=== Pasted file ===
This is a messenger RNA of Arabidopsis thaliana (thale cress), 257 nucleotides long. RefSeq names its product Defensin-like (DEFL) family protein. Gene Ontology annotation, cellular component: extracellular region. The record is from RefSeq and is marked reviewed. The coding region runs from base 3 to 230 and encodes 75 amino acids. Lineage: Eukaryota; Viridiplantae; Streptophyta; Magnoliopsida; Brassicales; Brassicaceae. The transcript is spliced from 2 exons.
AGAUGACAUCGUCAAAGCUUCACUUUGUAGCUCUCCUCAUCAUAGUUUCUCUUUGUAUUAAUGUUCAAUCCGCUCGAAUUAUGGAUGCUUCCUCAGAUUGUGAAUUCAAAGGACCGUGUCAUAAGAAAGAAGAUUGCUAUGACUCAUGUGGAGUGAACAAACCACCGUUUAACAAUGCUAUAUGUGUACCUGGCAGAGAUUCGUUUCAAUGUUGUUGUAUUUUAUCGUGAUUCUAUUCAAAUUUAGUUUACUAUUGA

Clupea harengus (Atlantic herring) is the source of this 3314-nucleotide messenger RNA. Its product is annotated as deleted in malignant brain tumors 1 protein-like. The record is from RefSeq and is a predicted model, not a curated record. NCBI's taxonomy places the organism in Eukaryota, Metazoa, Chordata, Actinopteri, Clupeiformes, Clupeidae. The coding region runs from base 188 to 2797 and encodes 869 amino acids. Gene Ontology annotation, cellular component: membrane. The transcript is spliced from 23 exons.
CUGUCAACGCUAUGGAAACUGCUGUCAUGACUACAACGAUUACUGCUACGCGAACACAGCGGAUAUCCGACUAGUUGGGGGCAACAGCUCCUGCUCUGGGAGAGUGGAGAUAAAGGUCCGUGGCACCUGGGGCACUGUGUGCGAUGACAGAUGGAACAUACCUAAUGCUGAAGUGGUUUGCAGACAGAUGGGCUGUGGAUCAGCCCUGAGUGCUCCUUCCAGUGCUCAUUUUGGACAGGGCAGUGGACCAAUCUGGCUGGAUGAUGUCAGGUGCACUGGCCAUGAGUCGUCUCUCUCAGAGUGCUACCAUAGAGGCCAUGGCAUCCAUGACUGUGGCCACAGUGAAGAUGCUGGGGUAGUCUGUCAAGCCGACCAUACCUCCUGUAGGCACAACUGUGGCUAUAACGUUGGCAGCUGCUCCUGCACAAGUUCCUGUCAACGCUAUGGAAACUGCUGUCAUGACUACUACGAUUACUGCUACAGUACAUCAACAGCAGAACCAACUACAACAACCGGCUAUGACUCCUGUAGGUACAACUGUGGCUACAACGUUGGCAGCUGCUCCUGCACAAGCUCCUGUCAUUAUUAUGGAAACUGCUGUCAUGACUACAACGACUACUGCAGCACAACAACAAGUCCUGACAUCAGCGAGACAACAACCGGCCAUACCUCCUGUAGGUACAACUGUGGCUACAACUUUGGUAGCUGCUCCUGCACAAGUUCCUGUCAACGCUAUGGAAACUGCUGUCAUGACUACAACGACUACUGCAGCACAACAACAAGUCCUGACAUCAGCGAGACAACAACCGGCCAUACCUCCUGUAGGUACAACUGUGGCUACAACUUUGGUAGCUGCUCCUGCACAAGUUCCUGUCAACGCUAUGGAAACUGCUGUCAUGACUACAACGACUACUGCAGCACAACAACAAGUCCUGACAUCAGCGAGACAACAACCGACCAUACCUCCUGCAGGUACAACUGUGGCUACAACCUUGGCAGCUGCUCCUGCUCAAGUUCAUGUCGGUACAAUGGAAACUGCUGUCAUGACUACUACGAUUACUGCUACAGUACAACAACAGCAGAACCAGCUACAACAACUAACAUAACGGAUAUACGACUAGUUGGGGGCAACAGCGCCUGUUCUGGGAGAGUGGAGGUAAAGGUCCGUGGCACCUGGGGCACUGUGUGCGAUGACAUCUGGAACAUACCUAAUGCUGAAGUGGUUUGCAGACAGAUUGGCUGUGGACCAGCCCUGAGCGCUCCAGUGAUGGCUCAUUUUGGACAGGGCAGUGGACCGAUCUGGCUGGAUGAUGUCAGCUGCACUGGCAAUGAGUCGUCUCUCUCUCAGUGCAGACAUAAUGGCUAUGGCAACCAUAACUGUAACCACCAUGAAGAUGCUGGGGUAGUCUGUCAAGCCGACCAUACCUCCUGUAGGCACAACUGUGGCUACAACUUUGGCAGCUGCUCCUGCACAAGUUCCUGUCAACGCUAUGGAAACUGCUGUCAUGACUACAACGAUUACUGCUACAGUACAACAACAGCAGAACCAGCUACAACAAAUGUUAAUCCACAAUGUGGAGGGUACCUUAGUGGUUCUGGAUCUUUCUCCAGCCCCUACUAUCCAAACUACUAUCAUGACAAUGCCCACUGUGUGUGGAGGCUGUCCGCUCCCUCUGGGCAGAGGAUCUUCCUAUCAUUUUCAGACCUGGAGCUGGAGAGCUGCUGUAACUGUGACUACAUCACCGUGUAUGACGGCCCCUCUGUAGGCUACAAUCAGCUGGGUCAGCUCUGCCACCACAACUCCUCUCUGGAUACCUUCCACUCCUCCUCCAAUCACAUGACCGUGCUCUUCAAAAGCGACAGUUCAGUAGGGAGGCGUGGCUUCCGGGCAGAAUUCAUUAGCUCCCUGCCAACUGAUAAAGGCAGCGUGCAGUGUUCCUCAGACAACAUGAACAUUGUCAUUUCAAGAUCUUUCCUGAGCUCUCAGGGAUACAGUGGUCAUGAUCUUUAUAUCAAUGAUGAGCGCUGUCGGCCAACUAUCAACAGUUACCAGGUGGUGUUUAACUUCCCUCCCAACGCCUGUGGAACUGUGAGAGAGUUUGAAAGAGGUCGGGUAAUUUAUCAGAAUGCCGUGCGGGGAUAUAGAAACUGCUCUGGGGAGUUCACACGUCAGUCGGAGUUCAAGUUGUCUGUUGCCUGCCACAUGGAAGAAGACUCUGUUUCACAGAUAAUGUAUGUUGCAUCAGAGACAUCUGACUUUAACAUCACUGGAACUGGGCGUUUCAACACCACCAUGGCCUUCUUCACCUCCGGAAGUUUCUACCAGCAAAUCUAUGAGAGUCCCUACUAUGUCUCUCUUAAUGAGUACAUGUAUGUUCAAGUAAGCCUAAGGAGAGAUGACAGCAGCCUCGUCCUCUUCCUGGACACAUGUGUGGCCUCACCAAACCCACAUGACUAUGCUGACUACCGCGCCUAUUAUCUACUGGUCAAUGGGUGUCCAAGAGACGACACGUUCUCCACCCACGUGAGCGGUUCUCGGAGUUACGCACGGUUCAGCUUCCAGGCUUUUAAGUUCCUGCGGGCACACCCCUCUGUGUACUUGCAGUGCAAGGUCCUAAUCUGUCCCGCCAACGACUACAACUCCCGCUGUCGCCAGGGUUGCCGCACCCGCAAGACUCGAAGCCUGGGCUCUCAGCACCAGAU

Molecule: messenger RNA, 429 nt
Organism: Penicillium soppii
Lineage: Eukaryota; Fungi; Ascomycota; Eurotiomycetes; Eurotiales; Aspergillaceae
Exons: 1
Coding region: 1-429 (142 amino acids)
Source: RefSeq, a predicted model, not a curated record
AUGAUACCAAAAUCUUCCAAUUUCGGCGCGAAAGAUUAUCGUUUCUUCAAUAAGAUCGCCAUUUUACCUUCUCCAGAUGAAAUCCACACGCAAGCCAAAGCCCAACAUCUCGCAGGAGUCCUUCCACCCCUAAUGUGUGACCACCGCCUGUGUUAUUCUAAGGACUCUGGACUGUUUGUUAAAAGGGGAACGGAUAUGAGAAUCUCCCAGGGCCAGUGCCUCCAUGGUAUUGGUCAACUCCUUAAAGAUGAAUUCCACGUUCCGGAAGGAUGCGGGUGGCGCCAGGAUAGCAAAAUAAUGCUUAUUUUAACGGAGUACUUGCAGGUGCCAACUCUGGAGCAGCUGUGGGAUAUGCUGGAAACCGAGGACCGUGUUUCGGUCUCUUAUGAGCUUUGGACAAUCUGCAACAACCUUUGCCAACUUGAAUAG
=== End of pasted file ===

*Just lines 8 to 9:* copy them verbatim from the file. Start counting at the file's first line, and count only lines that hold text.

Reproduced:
Exons: 1
Coding region: 1-429 (142 amino acids)